Verle Bleese, formerly of Fargo and now of Seattle, sent “Neighbors” an early 1940s map of Fargo-Moorhead showing the location of churches, government buildings, schools, parks and other places at the time. It was sent to new Fargo-Moorhead residents by WDAY radio.
It included this note:
“You have come to Fargo-Moorhead to stay, we hope. Most people do. That’s why we’ve presented this map... to help you get acquainted.
“This is a young ‘Rarin-To-Go’ community. There are men living here who knew this region before either Fargo or Moorhead came into existence. But, most likely, you won’t have a chance to talk to these early settlers, so let us tell you these facts:
“Fargo had its beginning in 1872, named after Wm. George Fargo of the Wells-Fargo Express Company, and a director of the Northern Pacific Railway. Also a director of that road was Dr. Moorhead from whom Moorhead received its name a few years before it came into the official fold in 1881.
“Up thru the years our population has grown to some 45,000 within a radius of six miles. We’re the hub of a vast and fertile agricultural region. ‘Bread Basket of the World,’ no doubt you have heard it called because of the great wheat fields. True enough, but we have diversified with dairy products, potatoes, sugar beets and livestock, to mention a few.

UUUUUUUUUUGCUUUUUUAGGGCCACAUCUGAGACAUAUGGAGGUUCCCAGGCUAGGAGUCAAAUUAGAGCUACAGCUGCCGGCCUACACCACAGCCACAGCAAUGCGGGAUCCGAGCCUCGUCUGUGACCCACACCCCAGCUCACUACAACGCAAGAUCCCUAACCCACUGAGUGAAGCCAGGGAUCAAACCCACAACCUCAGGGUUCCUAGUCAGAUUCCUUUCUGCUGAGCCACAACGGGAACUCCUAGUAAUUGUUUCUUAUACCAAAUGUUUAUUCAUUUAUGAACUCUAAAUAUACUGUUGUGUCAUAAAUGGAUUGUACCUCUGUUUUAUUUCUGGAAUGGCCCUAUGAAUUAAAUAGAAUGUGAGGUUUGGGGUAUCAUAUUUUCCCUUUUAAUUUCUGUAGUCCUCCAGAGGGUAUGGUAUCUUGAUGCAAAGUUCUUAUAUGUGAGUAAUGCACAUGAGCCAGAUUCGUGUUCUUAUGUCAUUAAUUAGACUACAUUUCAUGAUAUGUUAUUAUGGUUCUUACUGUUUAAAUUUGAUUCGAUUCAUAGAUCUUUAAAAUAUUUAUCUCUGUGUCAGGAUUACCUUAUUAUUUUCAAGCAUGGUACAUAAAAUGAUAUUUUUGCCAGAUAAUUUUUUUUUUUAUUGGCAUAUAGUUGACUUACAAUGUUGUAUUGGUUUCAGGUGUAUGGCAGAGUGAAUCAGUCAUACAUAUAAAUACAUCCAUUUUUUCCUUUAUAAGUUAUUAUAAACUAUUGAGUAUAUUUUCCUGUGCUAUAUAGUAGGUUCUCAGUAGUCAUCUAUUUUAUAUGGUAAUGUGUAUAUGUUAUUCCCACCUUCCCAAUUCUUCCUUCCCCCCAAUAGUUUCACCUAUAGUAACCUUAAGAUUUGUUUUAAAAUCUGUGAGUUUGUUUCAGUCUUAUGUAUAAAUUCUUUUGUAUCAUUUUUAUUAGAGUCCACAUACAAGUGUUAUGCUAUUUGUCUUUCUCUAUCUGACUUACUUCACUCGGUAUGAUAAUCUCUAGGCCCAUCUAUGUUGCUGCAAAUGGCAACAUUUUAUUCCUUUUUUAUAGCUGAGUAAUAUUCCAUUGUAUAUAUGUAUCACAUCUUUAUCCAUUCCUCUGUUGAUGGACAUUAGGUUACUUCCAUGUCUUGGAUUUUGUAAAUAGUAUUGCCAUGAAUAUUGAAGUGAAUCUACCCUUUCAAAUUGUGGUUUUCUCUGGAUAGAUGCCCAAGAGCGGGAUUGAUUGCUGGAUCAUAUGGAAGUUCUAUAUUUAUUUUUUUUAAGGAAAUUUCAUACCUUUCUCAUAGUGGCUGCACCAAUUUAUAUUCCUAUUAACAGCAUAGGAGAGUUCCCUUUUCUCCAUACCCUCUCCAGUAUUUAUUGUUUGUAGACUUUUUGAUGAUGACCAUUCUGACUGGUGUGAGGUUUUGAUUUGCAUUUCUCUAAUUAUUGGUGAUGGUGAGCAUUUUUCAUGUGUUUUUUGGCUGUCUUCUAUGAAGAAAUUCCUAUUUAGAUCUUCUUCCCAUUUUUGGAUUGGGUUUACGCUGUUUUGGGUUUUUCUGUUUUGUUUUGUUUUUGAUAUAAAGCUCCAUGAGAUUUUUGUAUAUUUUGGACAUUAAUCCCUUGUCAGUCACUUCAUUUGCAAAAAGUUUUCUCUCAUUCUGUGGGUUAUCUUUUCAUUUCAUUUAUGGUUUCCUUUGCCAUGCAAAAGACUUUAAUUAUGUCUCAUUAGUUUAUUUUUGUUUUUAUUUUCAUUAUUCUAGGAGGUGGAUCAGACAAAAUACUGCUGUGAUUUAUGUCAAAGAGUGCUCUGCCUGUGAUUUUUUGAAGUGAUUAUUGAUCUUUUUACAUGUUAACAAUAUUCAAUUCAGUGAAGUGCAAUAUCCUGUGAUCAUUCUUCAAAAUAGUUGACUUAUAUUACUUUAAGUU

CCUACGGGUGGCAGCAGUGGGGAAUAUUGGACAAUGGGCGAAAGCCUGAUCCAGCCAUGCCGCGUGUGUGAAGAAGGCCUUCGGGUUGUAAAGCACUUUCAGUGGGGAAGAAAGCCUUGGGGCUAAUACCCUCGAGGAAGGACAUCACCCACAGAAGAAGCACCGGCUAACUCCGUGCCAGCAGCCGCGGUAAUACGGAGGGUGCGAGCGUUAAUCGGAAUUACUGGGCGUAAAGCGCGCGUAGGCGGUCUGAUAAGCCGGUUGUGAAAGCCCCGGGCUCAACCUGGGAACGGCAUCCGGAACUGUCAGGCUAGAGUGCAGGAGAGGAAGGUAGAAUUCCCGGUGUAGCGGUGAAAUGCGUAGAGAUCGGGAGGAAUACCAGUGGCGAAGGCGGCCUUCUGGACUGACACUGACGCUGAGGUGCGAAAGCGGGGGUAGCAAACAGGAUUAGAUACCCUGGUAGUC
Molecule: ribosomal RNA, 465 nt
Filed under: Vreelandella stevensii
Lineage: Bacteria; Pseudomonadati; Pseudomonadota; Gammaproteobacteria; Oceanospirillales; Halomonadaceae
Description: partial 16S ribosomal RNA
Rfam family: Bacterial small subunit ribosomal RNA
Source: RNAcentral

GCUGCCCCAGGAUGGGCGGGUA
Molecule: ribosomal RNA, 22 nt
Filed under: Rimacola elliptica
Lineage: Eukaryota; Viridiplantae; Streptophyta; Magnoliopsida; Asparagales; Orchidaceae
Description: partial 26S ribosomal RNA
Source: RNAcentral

“As the center, Fargo-Moorhead distributes the necessary farm machinery, and also distributes and processes the produce to the tune of many millions of dollars. Millions more flow into our many outstanding retail stores. We can’t claim to be a factory city, but our industrial facilities are growing.
“Transcontinental lines of Northwest Airlines, Northland Greyhound Busses, Great Northern and Northern Pacific Railroads radiate from here, as do branch train and bus routes. 300,000 persons purchased passenger tickets here during 1942 for points outside of this vicinity. Not bragging, but we do get around.
“When we’re not traveling we enjoy the healthful, vigorous climate. Summer days are long and sunshiny, some of them hot, which days we try to spend in the heart of Minnesota’s 10,000 Lake Region, only an hour’s drive (after rationing). Some winter days are extreme, too, but the atmosphere, both summer and winter, is dry and invigorating, free from damp chill. But even Chamber of Commerce members dress warmly.
“We have all the regular religious, social and civic bodies here. We’ve listed the churches (on the map) together with the recreational facilities, transportation offices, schools, etc., so you shouldn’t have any trouble finding your way around.
“Glad to have you in Fargo-Moorhead.”
The message was signed “Station WDAY.”
Last fall, “Neighbors” carried memories of goofy but popular songs from years ago, such as “Mairzy Doats” and “Boop boop dit-tem dot-tem what-tem chu.”
That led Kathleen Bennett, Fargo, to write that her mother-in-law, Maurine Bennett, used to sing that “Boop boop” song to Sarah, Kathleen’s daughter and Maurine’s granddaughter.
Maurine lived in Webster, S.D., and Aberdeen, S.D. She died in 1989.
Kathleen thanks “Neighbors” for carrying that song, saying “It sure brought back memories from 30-plus years ago.”
And here’s Ruth Carlson, Ada, Minn., who asks via email, “Who remembers this?
Hut-sut rawlson on the rillerah,
Add a brawlah brawlah soo-it.
If you have an item of interest for this column, mail it to Neighbors, The Forum, Box 2020, Fargo, ND 58107, fax it to 701-241-5487 or email email@example.com.